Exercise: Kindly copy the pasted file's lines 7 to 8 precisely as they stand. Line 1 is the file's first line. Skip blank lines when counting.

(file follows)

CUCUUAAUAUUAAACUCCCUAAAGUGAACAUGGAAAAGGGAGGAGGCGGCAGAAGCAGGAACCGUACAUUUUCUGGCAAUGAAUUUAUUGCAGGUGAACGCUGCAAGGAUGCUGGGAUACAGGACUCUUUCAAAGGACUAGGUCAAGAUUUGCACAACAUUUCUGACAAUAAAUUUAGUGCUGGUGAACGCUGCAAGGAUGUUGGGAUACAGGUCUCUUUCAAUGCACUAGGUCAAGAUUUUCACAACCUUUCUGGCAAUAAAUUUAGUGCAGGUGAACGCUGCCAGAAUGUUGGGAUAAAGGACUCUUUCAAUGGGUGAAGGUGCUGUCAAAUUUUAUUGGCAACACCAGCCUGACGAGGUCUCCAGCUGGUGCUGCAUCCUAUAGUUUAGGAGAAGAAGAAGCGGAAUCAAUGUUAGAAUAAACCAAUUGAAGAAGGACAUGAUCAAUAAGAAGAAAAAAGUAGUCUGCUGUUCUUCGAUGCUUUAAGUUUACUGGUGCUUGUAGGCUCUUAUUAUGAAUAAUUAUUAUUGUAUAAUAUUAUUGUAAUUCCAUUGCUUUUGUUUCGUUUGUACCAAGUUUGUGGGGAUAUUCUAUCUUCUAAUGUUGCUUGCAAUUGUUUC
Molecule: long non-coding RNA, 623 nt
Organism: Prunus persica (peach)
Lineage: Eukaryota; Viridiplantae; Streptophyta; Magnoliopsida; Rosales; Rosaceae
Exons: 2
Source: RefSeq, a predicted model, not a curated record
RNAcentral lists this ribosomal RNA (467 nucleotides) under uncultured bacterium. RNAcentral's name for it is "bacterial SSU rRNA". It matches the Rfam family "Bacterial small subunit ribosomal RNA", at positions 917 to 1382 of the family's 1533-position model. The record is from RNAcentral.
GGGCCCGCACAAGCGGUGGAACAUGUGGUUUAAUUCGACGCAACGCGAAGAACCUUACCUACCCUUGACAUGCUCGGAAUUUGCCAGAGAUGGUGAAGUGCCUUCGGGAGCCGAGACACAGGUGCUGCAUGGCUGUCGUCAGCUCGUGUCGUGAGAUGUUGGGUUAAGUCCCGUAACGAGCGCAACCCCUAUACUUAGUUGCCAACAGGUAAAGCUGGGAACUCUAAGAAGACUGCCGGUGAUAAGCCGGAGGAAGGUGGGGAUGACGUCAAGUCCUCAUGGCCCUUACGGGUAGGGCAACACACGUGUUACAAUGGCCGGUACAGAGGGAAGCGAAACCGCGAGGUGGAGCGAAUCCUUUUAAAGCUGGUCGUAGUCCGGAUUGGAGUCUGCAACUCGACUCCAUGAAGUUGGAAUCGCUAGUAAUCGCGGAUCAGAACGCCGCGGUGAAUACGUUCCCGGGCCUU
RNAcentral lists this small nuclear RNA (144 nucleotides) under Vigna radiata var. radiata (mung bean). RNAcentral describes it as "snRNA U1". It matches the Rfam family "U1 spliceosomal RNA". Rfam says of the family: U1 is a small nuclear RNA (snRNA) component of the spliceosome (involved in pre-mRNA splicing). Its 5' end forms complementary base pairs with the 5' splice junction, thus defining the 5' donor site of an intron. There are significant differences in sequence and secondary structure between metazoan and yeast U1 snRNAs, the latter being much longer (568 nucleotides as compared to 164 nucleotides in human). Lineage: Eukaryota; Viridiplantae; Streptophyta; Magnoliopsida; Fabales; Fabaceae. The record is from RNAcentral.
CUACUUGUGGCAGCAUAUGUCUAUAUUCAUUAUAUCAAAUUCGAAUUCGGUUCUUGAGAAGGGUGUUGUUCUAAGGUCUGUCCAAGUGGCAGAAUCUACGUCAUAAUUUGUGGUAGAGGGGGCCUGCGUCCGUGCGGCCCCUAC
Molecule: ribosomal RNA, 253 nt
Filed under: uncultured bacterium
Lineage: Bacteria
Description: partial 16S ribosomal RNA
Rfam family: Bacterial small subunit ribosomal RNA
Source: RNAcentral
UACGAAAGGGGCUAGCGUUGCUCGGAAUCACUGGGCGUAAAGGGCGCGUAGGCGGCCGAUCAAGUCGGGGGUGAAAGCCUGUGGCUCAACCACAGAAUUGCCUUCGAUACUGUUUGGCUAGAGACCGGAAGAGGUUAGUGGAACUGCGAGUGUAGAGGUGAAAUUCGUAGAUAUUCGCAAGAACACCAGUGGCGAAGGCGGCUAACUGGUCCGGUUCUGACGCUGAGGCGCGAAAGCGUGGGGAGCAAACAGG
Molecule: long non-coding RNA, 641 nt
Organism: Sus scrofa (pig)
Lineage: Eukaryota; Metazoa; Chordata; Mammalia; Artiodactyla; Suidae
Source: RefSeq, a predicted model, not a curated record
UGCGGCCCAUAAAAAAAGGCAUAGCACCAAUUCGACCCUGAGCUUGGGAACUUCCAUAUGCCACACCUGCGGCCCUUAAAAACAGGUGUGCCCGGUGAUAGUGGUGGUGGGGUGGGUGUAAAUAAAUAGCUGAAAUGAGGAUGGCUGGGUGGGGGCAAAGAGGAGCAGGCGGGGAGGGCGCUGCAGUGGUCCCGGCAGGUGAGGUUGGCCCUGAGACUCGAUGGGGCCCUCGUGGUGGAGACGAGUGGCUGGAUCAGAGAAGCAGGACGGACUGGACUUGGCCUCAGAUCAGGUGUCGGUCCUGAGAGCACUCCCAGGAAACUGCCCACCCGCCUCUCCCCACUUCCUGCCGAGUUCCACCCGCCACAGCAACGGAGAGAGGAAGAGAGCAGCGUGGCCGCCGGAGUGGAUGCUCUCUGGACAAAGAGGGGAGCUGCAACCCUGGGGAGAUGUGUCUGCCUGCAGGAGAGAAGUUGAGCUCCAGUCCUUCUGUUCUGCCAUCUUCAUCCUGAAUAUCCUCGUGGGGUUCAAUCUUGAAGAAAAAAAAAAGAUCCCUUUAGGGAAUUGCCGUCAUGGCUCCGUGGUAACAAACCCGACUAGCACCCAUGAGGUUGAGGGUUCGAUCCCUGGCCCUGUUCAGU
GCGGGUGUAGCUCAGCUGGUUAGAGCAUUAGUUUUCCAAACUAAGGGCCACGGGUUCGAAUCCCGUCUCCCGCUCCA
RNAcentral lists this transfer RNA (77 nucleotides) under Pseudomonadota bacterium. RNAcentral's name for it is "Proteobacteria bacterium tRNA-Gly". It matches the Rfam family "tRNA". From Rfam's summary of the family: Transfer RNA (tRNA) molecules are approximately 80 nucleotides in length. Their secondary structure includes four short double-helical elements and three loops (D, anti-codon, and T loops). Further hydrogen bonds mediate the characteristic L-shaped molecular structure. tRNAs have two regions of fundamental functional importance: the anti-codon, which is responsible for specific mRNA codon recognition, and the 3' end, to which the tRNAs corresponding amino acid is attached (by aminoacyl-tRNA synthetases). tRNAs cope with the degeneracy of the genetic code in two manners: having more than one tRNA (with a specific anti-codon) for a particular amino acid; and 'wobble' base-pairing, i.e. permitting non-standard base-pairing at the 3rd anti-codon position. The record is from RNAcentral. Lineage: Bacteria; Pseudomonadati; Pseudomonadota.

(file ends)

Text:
RNAcentral lists this ribosomal RNA (467 nucleotides) under uncultured bacterium. RNAcentral's name for it is "bacterial SSU rRNA". It matches the Rfam family "Bacterial small subunit ribosomal RNA", at positions 917 to 1382 of the family's 1533-position model. The record is from RNAcentral.
GGGCCCGCACAAGCGGUGGAACAUGUGGUUUAAUUCGACGCAACGCGAAGAACCUUACCUACCCUUGACAUGCUCGGAAUUUGCCAGAGAUGGUGAAGUGCCUUCGGGAGCCGAGACACAGGUGCUGCAUGGCUGUCGUCAGCUCGUGUCGUGAGAUGUUGGGUUAAGUCCCGUAACGAGCGCAACCCCUAUACUUAGUUGCCAACAGGUAAAGCUGGGAACUCUAAGAAGACUGCCGGUGAUAAGCCGGAGGAAGGUGGGGAUGACGUCAAGUCCUCAUGGCCCUUACGGGUAGGGCAACACACGUGUUACAAUGGCCGGUACAGAGGGAAGCGAAACCGCGAGGUGGAGCGAAUCCUUUUAAAGCUGGUCGUAGUCCGGAUUGGAGUCUGCAACUCGACUCCAUGAAGUUGGAAUCGCUAGUAAUCGCGGAUCAGAACGCCGCGGUGAAUACGUUCCCGGGCCUU